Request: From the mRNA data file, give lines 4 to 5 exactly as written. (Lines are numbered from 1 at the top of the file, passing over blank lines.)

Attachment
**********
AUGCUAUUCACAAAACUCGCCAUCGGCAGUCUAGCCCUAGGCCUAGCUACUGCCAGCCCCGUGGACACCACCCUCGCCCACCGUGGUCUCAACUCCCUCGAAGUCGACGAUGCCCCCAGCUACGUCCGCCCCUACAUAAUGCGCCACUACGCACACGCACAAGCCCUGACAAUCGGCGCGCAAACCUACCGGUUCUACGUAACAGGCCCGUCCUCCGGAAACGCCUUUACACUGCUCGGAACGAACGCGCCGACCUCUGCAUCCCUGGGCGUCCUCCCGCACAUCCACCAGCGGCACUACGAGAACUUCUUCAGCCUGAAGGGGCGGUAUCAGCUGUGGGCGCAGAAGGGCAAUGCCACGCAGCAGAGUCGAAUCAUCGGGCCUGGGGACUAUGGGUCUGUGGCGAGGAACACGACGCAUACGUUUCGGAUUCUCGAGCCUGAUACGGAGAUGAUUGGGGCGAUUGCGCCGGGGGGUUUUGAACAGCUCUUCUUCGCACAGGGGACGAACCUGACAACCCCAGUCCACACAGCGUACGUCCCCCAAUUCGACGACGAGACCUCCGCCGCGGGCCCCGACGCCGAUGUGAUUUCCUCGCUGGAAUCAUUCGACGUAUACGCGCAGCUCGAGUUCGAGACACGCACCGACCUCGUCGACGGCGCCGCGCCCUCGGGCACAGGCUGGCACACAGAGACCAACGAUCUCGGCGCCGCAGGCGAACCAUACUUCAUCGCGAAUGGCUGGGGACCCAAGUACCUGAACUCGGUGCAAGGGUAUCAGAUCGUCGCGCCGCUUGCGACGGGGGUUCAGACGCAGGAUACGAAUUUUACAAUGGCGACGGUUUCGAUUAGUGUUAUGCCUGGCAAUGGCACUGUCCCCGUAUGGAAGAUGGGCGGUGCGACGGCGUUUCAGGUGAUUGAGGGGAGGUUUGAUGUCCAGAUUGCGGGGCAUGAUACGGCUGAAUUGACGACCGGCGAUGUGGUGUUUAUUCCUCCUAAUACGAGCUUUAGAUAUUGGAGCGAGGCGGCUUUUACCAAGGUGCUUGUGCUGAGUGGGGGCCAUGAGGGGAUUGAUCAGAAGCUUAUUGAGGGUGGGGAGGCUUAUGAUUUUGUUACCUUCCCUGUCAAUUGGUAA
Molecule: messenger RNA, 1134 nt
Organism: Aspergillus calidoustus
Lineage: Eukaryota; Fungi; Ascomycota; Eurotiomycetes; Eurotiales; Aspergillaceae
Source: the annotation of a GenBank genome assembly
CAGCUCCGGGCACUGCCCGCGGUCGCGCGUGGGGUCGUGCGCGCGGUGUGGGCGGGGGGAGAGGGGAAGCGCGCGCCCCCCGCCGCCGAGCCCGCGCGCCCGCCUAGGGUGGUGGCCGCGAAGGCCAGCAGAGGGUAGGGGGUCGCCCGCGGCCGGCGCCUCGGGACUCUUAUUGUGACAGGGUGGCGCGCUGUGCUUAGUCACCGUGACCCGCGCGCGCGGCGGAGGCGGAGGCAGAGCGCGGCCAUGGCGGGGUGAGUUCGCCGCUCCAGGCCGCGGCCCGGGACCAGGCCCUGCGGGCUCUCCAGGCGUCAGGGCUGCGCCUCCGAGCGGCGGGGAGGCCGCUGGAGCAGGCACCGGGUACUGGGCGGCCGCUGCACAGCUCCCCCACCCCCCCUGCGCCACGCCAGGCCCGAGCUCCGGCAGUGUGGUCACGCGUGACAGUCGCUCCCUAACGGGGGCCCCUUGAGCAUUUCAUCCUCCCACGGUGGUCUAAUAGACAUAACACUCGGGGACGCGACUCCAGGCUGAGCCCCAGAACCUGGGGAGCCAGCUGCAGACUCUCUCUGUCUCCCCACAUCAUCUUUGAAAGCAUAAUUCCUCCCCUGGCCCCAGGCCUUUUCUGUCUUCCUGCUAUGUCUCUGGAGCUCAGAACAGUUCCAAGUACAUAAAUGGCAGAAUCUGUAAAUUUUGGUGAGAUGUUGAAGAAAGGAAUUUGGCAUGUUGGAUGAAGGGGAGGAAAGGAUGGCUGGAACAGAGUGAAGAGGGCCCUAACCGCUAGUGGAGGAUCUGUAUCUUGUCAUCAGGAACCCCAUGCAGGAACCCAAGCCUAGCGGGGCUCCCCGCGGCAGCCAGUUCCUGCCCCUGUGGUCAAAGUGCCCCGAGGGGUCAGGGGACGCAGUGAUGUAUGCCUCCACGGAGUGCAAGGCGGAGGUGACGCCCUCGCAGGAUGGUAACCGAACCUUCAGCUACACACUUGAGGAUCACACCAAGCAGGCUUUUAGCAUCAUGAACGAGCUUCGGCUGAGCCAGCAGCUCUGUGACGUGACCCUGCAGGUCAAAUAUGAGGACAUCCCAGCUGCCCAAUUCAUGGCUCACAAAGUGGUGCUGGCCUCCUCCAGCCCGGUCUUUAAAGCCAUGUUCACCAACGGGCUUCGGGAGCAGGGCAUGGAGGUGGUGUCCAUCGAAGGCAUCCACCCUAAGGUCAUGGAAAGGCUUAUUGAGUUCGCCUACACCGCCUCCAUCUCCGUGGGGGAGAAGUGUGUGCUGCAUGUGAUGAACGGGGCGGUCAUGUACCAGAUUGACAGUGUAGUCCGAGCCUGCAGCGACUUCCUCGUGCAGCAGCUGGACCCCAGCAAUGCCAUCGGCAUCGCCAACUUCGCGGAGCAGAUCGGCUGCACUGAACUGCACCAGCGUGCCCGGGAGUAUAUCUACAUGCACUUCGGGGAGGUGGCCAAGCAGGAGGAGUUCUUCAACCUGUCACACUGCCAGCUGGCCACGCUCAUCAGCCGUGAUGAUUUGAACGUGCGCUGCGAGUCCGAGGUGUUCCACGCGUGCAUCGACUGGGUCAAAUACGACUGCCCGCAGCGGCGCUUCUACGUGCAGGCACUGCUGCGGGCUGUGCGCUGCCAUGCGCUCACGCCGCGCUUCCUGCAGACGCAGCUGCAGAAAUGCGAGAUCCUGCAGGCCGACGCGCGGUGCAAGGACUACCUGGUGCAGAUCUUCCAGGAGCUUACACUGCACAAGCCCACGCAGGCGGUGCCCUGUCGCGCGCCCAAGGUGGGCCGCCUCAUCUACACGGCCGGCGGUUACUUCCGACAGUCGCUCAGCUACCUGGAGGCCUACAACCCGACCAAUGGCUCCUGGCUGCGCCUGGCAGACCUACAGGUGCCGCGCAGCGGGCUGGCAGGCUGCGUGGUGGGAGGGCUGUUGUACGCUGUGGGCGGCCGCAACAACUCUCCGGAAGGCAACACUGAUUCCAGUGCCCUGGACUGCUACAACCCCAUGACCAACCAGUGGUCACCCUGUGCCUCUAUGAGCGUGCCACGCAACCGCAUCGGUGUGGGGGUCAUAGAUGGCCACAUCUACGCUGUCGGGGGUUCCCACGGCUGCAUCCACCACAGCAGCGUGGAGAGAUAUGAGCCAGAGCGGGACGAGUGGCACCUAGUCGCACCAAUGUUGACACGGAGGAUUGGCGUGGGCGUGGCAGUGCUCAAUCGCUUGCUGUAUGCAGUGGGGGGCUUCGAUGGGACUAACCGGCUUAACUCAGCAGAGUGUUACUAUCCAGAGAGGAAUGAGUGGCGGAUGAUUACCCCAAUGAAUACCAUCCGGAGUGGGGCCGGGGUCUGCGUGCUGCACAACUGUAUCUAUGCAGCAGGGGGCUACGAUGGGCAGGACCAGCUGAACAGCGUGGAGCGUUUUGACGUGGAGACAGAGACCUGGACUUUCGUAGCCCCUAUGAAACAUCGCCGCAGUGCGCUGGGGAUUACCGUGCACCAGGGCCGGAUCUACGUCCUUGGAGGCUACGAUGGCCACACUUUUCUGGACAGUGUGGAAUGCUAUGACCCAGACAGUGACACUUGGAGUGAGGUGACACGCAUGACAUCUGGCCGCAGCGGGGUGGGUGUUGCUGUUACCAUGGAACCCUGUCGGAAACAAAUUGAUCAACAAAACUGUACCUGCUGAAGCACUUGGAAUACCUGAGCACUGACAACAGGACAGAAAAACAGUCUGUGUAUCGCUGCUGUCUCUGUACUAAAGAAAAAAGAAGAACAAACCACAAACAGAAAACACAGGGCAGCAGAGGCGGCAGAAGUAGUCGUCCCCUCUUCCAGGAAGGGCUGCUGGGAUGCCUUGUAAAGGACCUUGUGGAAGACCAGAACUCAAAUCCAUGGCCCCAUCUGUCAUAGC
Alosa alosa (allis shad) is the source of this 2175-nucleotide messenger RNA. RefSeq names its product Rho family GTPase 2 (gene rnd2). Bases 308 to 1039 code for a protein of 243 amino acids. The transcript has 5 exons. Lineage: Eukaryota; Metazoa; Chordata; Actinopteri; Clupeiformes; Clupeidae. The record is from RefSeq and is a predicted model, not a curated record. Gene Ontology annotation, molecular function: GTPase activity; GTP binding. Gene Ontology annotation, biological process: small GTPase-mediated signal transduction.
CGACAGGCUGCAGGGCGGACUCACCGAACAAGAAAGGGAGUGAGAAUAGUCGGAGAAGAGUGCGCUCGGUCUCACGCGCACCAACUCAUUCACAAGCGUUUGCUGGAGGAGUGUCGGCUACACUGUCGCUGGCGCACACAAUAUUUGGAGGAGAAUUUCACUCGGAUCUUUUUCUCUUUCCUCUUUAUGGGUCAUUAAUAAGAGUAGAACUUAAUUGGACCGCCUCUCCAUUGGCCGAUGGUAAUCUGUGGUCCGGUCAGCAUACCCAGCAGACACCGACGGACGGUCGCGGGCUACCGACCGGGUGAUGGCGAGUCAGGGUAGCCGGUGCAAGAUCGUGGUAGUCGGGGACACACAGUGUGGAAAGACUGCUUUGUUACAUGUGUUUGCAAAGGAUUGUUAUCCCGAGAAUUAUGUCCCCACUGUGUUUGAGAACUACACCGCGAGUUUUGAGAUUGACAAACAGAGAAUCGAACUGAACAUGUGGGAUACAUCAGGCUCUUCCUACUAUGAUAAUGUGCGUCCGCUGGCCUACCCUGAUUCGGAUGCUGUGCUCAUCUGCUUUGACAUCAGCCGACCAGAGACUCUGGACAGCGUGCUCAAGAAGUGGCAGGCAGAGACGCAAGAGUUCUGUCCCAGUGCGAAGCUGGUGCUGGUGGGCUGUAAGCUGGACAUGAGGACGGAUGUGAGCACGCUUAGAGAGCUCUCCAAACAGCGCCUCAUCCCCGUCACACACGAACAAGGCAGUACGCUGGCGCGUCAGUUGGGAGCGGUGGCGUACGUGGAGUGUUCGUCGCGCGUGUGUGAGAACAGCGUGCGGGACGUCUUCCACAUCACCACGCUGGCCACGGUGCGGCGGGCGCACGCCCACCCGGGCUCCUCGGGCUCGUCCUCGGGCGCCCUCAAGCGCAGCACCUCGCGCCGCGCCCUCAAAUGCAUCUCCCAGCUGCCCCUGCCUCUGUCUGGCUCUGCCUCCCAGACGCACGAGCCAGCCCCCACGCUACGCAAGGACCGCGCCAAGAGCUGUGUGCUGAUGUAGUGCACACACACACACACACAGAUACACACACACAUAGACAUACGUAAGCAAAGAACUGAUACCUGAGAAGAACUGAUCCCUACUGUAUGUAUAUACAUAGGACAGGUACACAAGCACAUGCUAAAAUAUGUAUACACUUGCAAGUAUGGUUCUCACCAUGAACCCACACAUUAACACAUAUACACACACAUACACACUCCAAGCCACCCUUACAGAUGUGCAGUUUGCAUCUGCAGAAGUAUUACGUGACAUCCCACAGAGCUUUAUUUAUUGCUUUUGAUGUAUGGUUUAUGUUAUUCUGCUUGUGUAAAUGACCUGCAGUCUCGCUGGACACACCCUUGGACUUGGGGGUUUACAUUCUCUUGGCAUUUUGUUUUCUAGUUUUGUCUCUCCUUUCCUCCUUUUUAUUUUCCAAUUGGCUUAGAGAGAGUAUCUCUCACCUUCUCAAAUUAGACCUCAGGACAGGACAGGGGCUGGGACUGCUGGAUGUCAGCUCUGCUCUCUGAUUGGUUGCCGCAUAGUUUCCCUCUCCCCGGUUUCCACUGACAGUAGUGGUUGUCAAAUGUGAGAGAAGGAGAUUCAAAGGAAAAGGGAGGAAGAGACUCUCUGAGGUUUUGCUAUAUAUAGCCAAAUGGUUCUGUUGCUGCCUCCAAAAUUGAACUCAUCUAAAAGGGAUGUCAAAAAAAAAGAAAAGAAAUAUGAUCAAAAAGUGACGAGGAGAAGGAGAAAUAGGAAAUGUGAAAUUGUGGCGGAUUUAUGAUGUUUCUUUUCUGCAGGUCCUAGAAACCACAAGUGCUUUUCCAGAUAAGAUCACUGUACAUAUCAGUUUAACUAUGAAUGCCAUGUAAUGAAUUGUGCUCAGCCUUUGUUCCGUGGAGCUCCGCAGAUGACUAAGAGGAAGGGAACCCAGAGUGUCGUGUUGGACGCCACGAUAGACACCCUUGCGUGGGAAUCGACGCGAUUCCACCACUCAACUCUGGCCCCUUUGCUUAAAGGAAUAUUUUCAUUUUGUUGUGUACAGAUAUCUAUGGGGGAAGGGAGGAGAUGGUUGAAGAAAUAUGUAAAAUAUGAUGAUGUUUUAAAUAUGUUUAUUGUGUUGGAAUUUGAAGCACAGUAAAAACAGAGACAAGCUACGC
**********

Lineage: Eukaryota; Fungi; Ascomycota; Eurotiomycetes; Eurotiales; Aspergillaceae
Source: the annotation of a GenBank genome assembly